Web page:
Music festivals, by and large, have been postponed or outright canceled in the wake of COVID-19 and the global pandemic that has shut down gatherings in the United States and abroad. But much like other industries interrupted by coronavirus, the music industry is taking things online in an interesting way.
One sector that — with few exceptions — has remained mostly uninterrupted is the video game industry, which has provided welcome relief to people practicing good social distancing by sitting in their homes and spending time online. And now we’ve seen a pair of music festivals pop up in a single game.
Sunday brought word that pixelated life simulator Minecraft will host a music festival headlined by American Football and taking place in a digital recreation of a club called Elsewhere. The event space was worked on by Elsewhere and Open Pit and will feature artists like Anamanaguchi, Baths and HANA.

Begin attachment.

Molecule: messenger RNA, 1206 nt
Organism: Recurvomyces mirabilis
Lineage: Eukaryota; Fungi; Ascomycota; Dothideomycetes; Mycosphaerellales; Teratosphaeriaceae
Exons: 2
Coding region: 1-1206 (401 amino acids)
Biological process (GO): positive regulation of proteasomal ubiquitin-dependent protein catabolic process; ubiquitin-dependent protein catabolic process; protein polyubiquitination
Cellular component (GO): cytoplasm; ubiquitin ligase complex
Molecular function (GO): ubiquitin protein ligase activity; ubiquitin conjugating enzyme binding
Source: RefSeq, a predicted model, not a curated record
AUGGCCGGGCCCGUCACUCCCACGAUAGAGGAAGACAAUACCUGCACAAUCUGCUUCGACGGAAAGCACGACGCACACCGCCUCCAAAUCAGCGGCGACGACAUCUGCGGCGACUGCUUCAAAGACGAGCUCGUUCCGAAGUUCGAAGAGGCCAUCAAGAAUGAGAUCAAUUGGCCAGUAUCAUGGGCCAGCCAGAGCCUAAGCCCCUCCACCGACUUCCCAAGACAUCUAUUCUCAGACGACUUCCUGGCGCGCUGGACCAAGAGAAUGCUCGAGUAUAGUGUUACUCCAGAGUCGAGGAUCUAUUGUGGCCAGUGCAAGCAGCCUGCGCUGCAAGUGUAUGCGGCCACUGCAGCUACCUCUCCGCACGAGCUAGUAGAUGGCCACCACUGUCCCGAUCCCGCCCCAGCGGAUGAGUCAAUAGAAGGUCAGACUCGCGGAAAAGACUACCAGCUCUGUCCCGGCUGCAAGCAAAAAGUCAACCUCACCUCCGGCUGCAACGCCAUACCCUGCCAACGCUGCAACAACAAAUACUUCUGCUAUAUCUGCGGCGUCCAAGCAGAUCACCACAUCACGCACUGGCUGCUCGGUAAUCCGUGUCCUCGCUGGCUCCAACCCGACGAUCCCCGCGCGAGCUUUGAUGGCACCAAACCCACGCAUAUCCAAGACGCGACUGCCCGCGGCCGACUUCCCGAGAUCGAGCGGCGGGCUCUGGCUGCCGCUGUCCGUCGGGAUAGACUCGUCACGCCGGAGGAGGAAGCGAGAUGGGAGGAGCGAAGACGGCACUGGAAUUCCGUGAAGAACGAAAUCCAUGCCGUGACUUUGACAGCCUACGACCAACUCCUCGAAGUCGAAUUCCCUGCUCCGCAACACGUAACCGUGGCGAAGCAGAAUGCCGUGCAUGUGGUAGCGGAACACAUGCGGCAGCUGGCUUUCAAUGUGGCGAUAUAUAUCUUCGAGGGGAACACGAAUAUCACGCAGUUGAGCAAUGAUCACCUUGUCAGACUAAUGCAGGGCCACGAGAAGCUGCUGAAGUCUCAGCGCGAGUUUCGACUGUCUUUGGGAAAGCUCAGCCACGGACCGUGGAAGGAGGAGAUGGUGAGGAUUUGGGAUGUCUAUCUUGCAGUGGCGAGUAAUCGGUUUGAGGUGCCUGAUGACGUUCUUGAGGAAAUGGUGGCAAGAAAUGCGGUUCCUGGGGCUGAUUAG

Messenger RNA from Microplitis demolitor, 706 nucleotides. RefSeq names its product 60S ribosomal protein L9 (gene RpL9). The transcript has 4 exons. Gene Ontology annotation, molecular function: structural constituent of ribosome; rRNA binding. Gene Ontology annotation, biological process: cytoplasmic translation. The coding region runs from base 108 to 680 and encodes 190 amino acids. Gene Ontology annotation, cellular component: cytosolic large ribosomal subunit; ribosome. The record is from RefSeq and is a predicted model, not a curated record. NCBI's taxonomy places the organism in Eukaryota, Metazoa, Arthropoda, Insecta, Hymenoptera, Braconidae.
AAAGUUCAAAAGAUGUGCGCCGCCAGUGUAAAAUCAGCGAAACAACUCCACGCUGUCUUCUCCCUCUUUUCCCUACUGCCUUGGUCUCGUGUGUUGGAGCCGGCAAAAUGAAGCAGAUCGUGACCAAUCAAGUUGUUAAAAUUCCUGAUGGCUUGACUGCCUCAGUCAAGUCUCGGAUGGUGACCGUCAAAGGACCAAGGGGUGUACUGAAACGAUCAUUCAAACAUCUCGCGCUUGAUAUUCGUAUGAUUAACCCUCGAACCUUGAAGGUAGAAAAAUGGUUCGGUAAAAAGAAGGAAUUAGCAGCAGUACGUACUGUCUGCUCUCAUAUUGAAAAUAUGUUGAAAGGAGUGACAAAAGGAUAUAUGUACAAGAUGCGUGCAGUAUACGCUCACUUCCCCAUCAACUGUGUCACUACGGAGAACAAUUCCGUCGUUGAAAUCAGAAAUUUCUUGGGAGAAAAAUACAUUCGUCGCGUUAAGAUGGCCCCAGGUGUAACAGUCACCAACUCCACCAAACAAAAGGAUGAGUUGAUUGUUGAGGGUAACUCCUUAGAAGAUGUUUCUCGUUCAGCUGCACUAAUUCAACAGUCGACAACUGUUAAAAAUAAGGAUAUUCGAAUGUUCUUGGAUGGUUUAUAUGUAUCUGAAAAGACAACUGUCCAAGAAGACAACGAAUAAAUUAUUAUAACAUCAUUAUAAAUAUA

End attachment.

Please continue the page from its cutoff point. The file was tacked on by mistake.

Open Pit and Anamanaguchi are throwing a coronavirus relief virtual music festival on Saturday, April 11 that takes place within the video game world of Minecraft. It’s called Nether Meant and it’s set to feature performances from American Football, Anamanaguchi, Baths, HANA, and more. Nether Meant takes place in a fictional space called Elsewither, which is based on the Brooklyn venue Elsewhere (Elsewhere worked jointly with the Open Pit team to create this space). The event starts at 6 p.m. Eastern.
People can watch within the game (all the information for how to join the concert is on the official website), or if you don’t want to join in the game itself, you can watch along on Twitch starting at 6 p.m. Eastern. They’re also selling VIP passes to the concert, which offers “special VIP areas in-game” and in-game merch. Proceeds from the VIP passes will go to Good360’s COVID–19 relief efforts.
Interestingly, it’s not the only concert happening in the Microsoft-owned behemoth of a game. Block By Blockwest, a play on the already-canceled South By Southwest, will take place on April 25 and feature Pussy Riot as its headlining act.
Both festivals are said to donate proceeds to COVID-19 relief organizations, which are worthy causes given the circumstances that led to these shows being pushed online. It will certainly be interesting to see how festivals translate to Minecraft, which will certainly be more about the music than the visuals. But hey, maybe that’s how music festivals really should be.